Specialists working to clear up oil that has washed up on beaches along the Fylde coast suspect it came from a ship.
Samples of the black tar-like substance has been sent to Edinburgh for testing, with results that will give a more definite answer expected back tomorrow.
A spokeswoman for the Maritime and Coastguard Agency said: "There was an incident that resulted in the release of crude oil from a ship, more than 30 kilometres from the coast of north west England on Monday, July 10.
"We believe that the oil is from that incident, but until we have confirmation from the test results we cannot say for certain.
"The incident is relatively contained and Braemar are on scene leading with the clean-up operation.
"Locally, the local authorities are requesting that members of the public stay safe by staying well away from the area until the clean-up operation is complete.”
It is not yet known whether the release was accidental or deliberate, but as decontamination units and beach workers fight to clear miles of coastline of the spill, fears have been voiced for the Irish Sea’s thriving marine life.
A number of dead birds were spotted among washed-up seaweeds by one dog walker, said to be cormorants by another man, while a dead porpoise was also investigated by the Coastguard.
That was found to be badly decomposed and not a victim of the spill, while no wildlife has been reported washed up, the Coastguard service said, but former animal lecturer at Myerscough College John Vale said: “It could affect the whole ecosystem. Any spill is too big.”
Mr Vale, who lives in Blackpool, said the oil could kill off basic microscopic life, which in turn could impact on larger marine animals.
But he warned wintering birds in the Wyre estuary could also be affected, and said: “Fortunately we have beaches you can get vehicles on and get rid of the oil.
“If it’s not, and it’s already flowing into the estuary, it could severely affect the winter population of birds.”
Clumps of black substance, which has left the sand reeking of fuel, began to wash up at Bispham at the weekend and has since been spotted as far south as North Pier, and as far north as Knott End.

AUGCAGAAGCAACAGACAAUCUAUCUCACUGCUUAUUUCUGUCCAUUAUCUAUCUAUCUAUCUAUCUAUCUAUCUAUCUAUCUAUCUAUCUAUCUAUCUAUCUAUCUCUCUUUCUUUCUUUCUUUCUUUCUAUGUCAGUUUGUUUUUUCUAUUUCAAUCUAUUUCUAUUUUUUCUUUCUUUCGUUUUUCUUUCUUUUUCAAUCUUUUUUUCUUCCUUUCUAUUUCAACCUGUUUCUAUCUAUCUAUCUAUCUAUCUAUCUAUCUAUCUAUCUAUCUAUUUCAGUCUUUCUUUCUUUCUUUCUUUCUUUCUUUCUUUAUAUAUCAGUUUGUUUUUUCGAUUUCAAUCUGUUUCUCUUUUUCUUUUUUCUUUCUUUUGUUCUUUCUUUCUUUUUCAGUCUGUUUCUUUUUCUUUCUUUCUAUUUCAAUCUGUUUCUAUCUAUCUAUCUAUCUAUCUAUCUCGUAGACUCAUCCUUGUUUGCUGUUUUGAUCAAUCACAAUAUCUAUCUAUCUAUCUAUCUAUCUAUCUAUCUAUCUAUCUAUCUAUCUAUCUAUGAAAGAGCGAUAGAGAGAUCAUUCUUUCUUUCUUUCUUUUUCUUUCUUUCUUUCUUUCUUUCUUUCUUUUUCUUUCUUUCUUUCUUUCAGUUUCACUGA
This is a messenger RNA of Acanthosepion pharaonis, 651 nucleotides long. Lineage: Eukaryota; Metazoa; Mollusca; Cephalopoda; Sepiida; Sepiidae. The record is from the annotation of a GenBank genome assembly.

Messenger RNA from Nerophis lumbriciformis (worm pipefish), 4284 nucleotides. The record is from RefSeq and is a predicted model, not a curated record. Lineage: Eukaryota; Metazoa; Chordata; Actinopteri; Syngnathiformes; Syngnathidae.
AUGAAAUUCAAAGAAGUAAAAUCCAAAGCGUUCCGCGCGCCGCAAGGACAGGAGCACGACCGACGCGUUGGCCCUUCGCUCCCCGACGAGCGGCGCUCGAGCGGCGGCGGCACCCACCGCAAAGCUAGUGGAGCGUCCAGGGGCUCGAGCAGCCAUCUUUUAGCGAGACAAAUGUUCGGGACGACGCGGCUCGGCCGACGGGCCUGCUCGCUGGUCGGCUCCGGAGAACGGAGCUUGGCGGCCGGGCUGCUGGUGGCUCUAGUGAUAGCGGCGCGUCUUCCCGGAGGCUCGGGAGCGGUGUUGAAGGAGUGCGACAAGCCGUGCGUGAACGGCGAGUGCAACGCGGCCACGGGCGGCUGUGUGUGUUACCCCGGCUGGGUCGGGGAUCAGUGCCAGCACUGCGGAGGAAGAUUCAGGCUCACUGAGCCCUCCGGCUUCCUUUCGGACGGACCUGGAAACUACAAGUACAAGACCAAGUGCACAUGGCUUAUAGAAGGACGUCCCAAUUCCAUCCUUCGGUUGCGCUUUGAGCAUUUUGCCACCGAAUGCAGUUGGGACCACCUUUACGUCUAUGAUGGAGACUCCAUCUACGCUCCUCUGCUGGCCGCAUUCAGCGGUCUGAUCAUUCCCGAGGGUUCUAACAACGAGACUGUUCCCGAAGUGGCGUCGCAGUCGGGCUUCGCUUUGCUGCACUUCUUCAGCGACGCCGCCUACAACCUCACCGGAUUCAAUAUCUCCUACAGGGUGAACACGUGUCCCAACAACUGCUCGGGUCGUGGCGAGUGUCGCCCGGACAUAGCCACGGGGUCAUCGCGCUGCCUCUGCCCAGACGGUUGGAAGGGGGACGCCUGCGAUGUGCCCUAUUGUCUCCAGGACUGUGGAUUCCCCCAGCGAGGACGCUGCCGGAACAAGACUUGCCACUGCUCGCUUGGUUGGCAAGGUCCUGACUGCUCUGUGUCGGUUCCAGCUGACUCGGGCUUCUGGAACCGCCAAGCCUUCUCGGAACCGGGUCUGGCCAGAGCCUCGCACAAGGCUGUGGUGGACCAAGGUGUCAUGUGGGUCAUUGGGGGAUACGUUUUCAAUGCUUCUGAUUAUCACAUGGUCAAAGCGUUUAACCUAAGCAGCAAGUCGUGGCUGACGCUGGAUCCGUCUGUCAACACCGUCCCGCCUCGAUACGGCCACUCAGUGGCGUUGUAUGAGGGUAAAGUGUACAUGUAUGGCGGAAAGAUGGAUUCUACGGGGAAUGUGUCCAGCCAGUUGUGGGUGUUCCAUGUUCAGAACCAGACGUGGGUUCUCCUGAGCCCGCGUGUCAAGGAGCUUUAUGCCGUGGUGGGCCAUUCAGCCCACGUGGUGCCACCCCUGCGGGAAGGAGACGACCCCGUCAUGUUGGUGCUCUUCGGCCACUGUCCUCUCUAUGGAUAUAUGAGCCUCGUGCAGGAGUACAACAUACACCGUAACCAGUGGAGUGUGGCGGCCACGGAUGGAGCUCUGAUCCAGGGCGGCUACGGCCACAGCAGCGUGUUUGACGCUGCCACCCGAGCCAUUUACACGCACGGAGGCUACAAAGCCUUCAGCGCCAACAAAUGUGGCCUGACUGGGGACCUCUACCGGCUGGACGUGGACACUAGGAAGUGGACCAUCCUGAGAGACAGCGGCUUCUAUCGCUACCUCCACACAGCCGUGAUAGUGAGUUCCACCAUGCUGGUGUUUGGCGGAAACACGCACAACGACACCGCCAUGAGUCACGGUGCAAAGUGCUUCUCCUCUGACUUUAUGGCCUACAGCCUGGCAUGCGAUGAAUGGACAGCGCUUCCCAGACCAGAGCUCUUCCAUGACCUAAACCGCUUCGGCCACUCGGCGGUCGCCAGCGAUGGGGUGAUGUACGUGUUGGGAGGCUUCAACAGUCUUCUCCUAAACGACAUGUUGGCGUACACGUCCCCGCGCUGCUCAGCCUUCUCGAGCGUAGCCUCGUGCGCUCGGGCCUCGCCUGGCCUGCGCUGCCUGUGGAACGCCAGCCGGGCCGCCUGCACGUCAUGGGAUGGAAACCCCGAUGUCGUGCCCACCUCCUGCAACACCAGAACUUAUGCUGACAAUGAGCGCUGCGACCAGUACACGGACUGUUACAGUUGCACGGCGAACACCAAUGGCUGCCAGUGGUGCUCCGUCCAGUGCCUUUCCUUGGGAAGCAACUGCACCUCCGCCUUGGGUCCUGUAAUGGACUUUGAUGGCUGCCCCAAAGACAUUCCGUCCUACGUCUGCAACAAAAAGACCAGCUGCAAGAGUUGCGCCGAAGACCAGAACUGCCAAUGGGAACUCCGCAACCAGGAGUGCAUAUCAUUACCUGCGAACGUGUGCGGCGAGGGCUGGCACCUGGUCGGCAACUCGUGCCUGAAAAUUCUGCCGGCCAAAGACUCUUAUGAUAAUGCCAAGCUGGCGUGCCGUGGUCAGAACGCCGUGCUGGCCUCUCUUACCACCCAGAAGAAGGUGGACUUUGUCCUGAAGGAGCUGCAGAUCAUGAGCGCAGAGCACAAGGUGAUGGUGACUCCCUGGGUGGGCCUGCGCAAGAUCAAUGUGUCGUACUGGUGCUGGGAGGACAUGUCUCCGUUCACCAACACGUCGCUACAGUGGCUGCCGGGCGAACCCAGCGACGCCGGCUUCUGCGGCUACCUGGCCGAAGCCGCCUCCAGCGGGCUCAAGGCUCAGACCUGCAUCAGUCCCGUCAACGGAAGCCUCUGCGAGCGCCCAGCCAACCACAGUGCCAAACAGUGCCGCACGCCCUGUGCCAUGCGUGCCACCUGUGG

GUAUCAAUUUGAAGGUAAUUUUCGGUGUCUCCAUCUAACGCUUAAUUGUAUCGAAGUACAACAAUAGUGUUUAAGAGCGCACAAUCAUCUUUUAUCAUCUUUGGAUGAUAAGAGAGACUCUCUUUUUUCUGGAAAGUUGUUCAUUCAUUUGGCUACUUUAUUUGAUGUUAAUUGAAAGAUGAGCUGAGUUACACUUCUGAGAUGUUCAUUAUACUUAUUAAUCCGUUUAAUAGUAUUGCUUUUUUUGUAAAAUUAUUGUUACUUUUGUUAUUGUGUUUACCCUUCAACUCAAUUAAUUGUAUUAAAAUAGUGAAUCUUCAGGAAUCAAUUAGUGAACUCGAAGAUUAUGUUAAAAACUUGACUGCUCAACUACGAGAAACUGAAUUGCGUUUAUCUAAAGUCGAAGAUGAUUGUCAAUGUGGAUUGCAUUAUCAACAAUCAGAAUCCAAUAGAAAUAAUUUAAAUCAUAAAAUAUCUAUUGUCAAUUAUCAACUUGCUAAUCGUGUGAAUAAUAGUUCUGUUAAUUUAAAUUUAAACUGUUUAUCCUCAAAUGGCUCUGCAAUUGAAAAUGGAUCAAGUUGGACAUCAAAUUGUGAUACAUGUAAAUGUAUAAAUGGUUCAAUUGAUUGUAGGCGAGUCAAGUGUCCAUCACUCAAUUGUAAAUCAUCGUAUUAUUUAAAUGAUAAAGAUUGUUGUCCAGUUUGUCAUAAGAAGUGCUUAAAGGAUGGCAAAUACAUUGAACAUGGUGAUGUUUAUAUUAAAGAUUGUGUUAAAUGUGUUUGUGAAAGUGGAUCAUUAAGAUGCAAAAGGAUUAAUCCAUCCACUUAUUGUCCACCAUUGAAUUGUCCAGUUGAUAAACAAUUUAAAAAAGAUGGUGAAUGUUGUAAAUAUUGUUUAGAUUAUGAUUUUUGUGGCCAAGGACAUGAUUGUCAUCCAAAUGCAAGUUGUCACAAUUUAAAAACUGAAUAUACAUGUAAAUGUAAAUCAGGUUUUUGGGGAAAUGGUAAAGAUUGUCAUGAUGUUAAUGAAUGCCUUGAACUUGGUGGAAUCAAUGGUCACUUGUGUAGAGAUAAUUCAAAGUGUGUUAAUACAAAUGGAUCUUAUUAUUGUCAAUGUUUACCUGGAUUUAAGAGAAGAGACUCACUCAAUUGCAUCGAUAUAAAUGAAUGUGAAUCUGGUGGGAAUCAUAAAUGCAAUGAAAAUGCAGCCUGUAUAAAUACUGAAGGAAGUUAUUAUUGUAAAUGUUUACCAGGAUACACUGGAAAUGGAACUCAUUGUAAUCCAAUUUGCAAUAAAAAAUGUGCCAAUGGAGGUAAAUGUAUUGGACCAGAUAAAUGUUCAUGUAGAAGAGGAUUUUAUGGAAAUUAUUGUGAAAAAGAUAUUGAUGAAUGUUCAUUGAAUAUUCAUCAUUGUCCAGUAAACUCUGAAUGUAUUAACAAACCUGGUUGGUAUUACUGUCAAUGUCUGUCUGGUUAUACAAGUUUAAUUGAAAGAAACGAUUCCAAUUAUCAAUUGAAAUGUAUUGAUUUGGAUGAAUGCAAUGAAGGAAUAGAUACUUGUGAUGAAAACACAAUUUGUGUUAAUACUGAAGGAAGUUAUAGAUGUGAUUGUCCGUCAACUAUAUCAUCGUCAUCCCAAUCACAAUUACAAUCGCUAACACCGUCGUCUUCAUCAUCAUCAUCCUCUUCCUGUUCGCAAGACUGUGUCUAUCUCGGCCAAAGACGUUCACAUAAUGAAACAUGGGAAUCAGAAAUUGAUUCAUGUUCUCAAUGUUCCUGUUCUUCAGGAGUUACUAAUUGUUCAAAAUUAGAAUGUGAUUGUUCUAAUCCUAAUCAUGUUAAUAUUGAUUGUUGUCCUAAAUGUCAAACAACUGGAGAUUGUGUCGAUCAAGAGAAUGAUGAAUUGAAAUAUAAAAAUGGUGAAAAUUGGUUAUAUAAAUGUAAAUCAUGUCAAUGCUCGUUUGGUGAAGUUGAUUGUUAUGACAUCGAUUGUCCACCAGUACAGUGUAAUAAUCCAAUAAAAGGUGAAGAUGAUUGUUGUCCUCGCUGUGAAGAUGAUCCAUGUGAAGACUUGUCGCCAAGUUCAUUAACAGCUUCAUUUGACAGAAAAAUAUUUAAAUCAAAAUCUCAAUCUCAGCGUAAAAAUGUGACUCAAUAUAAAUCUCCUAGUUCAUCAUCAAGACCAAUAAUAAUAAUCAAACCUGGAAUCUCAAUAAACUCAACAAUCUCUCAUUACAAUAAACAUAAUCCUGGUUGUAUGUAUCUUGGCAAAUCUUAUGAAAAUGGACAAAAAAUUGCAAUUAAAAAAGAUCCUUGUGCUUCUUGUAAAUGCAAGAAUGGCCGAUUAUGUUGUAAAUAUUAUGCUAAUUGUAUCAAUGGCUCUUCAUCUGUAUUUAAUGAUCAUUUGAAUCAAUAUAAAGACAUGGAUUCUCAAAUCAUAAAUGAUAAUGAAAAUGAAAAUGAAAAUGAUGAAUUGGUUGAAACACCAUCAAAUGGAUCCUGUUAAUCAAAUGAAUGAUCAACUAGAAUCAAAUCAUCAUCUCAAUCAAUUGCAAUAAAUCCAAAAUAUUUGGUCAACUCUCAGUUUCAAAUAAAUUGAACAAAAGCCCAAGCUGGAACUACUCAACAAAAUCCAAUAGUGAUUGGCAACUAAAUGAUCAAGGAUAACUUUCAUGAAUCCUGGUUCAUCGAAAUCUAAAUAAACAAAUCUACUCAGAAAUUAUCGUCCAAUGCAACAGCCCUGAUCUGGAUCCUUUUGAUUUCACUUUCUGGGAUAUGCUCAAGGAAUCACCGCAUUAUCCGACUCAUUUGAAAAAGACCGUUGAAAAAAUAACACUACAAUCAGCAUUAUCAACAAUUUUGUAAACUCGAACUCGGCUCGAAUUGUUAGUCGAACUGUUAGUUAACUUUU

The sea was ordered off limits at both Cleveleys and Bispham earlier today, while the Fleetwood to Knott End ferry service was also suspended because of the treacherous slipway.
Ferry skipper Tony Cowell said it was the first time he had ever experienced such a situation, and that he expects disruption tomorrow too.
“We just couldn’t operate the ferry for health and safety reasons," he said.
“There were globules of this oil type substance all over the slipway at both Fleetwood and Knott End and it was incredibly slippy and dangerous.
“There is no way we would put passengers at risk and we were advised by the Coastguard Agency to stop operating until further notice,
“We were also worried about getting this stuff on passengers;’ clothes, it’s horrible stuff. They’d never get it out.
“We’ve been given a high pressure spray to use on everything on Wednesday and were told not to think of operating until we’ve got the all clear.”
He said people in protective suits had been on Fleetwood beach and samples of the substance had been taken away.
He also said people had been on the beach early on today attempting a clean-up.
Those who may have already come into contact with the oil and tar-like spots have been urged to seek immediate medical advice should they start to feel unwell.
Posters were put up at Bispham warning of an ‘abnormal situation’, with people told not to bathe or paddle in the water there.
And A4-sized notices were also posted up at Wyre, including at Rossall beach, where there was no visible sign of a spill but a strong smell of fuel in the sand.
On Monday evening, it was still busy with dog walkers unaware of the pollution incident, while children were still playing on the beach at Cleveleys this morning, despite chunks of oil lying in the sand nearby.
Wyre Council said it was urging people to avoid contact with ‘any visible oil or tar on the beach and in the water, to supervise children carefully, and keep your dog on a lead’.
“The advice from Public Health England is that it is very unlikely that anyone exposed to crude oil for a short period of time will have any long term health effects,” it said in a statement.
“Short term exposure to skin may result in irritation so as a precaution members of the public are advised to avoid contact with the material.
“If you touch the tar balls and get oil on the skin, remove affected clothing and wash with soap and water for 10 minutes.
“If you feel unwell seek medical attention.”
Allan Wilkinson, 68, watched on as a decontamination unit arrived to clean up the beach and slipway at Knott End earlier.
He said a horde of people in fluroescent jackets were clearing solidified oil from the beach in clear bags, and said: “There’s notices up right along the front warning people about taking their dogs on the beach and taking their kids on; basically they are warning people to keep off.
“It’s worrying but it’s more annoying that we can’t go on the beach while it’s being cleaned up.”
Experts from Braemar Response, which has a history of working to clear up environmental disasters, have been drafted in, with council cleaning staff also being tasked with shovelling up affected sand.